Identity Theft Passports Available October 28

Danberg announced today that Delaware’s Identity Theft Passport Act will go into effect on October 28, 2006. This new law was designed to provide victims of identity theft a way to substantiate a claim of identity theft to creditors and law enforcement.

ID theft occurs when a criminal steals a person’s confidential information such as Social Security Number, birth date, credit card numbers and bank account information. Criminals use stolen information to obtain false drivers’ licenses, utility services, credit cards, loans, government benefits and merchandise. Stolen identities are also used to defraud consumers, commit crimes and avoid arrest.

Now, victims of identity theft have a new way to fight back and reclaim their identity. To be eligible for a passport, victims must file a report witht he police agancy with jurisdiction over their residence. At the same time, they can apply for the passport through the police agancy or they can apply through the Attorney General’s Consumer Protection Unit.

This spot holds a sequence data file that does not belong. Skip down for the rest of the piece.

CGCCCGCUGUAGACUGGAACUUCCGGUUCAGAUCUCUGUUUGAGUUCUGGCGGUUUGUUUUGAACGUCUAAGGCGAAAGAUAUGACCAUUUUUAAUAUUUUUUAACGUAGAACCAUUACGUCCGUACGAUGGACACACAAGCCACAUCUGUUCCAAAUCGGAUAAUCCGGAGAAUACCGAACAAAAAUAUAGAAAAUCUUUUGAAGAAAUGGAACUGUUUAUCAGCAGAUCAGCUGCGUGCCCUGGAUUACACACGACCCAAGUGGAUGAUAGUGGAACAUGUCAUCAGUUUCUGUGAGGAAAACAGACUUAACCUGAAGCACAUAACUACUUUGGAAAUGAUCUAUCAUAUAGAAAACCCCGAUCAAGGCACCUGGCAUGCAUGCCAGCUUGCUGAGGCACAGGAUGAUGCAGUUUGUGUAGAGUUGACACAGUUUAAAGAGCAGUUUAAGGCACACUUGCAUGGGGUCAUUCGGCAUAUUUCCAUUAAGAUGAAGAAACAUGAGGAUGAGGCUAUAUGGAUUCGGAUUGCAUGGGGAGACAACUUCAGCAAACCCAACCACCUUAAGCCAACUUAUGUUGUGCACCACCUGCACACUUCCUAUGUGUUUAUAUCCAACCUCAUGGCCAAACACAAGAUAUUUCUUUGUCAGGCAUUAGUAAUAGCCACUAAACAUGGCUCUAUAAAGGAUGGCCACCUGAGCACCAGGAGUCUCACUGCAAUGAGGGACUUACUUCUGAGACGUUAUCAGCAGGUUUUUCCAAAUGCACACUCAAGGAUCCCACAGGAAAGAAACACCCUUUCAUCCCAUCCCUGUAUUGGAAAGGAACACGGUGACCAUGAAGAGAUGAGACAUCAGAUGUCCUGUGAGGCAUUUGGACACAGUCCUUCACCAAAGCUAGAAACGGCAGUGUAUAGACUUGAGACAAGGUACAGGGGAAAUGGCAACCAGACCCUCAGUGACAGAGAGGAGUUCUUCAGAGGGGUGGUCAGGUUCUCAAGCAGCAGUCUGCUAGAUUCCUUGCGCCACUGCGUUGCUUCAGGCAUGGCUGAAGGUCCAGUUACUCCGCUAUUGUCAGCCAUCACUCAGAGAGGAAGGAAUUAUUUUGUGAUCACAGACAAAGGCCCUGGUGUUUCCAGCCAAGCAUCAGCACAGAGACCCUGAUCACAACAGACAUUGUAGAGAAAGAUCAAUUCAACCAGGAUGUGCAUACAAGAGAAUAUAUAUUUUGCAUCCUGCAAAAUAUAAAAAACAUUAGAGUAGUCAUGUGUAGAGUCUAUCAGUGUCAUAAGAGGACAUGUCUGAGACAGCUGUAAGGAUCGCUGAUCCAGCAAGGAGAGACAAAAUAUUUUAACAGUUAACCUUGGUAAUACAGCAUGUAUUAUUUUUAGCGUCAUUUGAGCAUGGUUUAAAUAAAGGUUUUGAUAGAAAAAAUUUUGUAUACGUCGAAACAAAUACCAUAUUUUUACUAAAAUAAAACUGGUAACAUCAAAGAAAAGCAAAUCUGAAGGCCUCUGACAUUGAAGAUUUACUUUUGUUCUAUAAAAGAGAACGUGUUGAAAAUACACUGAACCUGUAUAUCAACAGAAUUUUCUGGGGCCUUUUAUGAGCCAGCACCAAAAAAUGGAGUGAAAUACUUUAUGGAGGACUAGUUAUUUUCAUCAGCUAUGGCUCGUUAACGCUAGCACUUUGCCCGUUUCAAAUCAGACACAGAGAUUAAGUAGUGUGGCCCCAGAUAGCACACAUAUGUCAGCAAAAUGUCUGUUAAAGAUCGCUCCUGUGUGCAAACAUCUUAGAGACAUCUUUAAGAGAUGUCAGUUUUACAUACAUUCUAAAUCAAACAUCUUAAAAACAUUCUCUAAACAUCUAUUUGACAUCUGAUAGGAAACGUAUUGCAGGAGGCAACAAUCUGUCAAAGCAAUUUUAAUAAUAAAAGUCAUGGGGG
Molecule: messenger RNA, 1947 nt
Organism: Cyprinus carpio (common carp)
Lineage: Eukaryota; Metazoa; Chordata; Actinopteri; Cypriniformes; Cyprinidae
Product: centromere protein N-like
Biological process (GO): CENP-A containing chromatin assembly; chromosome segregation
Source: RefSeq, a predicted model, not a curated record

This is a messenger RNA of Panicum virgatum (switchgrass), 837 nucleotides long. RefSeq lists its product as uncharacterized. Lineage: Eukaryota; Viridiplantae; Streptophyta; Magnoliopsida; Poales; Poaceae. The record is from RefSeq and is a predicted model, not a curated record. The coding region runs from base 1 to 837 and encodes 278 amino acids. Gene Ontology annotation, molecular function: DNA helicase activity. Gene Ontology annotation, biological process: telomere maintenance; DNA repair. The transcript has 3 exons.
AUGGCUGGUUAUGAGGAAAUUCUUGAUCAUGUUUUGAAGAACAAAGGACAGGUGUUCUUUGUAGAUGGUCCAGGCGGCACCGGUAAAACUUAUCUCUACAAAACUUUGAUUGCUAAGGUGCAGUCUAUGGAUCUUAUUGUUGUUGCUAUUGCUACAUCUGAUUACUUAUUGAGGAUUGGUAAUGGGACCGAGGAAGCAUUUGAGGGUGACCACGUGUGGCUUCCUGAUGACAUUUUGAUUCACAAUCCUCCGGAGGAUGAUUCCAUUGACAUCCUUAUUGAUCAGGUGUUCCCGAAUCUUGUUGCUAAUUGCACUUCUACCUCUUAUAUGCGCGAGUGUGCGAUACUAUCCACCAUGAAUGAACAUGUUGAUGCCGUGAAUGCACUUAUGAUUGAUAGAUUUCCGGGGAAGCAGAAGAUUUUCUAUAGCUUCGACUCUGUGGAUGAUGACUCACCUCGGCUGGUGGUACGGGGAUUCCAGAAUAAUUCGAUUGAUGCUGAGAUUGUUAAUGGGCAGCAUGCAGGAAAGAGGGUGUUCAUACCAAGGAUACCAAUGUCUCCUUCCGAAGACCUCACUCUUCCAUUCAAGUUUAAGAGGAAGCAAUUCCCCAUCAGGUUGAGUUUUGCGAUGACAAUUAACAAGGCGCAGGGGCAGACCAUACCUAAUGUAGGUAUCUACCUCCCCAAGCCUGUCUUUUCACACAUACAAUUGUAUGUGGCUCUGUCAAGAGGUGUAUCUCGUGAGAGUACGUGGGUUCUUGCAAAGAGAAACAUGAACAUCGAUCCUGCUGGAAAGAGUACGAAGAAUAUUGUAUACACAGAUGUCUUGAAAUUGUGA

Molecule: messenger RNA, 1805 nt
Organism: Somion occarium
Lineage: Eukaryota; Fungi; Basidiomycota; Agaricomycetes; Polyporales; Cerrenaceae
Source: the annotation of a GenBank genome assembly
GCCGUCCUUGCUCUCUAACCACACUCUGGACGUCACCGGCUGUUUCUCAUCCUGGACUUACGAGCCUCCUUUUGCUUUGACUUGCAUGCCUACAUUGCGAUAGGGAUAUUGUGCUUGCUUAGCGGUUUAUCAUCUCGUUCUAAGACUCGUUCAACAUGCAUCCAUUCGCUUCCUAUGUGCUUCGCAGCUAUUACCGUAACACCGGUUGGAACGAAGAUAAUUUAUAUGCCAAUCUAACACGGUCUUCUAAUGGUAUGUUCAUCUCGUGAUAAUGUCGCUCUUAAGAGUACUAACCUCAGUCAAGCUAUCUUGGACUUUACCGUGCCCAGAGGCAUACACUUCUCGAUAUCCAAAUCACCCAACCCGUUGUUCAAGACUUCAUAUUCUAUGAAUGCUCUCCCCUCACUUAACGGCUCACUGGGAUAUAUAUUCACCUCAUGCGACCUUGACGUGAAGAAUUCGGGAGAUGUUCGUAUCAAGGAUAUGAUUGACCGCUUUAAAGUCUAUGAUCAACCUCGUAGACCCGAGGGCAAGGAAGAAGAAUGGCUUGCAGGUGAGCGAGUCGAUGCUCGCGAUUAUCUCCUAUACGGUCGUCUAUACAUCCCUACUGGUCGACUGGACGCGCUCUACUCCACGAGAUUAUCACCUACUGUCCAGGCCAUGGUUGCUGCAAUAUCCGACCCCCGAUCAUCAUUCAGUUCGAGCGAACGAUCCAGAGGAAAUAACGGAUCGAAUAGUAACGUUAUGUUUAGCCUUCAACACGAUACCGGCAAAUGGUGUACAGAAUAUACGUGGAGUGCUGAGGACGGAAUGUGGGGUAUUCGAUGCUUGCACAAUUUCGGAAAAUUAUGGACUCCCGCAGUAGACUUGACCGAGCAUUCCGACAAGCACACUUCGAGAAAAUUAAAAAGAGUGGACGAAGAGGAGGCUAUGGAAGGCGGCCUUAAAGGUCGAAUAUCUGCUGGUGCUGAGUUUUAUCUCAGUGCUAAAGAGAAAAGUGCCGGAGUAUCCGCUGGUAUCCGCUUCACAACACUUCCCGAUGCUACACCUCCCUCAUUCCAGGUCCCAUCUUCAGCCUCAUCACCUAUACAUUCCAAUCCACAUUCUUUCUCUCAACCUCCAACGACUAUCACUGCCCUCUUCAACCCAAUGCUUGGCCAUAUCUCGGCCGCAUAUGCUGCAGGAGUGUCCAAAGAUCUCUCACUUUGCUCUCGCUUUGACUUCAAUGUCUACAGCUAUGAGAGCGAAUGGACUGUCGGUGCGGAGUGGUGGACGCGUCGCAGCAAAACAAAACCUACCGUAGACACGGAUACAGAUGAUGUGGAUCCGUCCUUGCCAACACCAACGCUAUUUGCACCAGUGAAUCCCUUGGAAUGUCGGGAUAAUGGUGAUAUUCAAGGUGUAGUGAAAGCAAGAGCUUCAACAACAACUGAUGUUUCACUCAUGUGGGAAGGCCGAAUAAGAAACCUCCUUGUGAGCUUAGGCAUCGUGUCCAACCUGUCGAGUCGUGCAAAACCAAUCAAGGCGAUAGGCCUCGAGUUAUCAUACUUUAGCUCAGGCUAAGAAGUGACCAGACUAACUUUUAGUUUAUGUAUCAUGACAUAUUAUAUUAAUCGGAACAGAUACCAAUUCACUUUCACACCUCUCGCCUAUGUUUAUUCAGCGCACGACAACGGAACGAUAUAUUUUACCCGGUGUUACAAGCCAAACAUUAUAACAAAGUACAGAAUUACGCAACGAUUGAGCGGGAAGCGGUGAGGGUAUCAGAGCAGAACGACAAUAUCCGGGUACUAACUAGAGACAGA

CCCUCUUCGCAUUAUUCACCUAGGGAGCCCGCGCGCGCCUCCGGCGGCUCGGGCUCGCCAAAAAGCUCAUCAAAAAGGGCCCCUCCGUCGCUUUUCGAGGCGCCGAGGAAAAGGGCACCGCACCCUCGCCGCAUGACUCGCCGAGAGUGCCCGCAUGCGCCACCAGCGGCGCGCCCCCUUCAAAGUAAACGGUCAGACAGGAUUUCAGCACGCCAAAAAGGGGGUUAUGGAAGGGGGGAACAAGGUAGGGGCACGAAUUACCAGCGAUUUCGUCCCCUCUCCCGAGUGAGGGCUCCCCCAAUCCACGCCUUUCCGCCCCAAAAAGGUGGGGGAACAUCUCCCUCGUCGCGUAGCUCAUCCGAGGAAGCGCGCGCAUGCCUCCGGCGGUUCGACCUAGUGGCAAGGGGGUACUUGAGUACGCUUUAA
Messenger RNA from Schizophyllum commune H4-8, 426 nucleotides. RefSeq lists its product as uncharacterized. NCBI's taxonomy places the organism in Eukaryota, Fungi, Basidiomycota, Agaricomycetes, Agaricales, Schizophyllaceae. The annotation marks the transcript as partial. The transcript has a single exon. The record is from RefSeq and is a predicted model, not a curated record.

Passports can be presented to a law enforcement agency to help prevent arrest or detention for an offense commited by another, to creditors to aid in the investigation of fraudulent charges, and to a consumer reporting agency as official notice of a dispute.

Consumers can obtain more information about the new law and tips on how to protect themselves from identity theft by calling Attorney General Danberg’s Consumer Protection Unit at 800-220-5424 or on his website at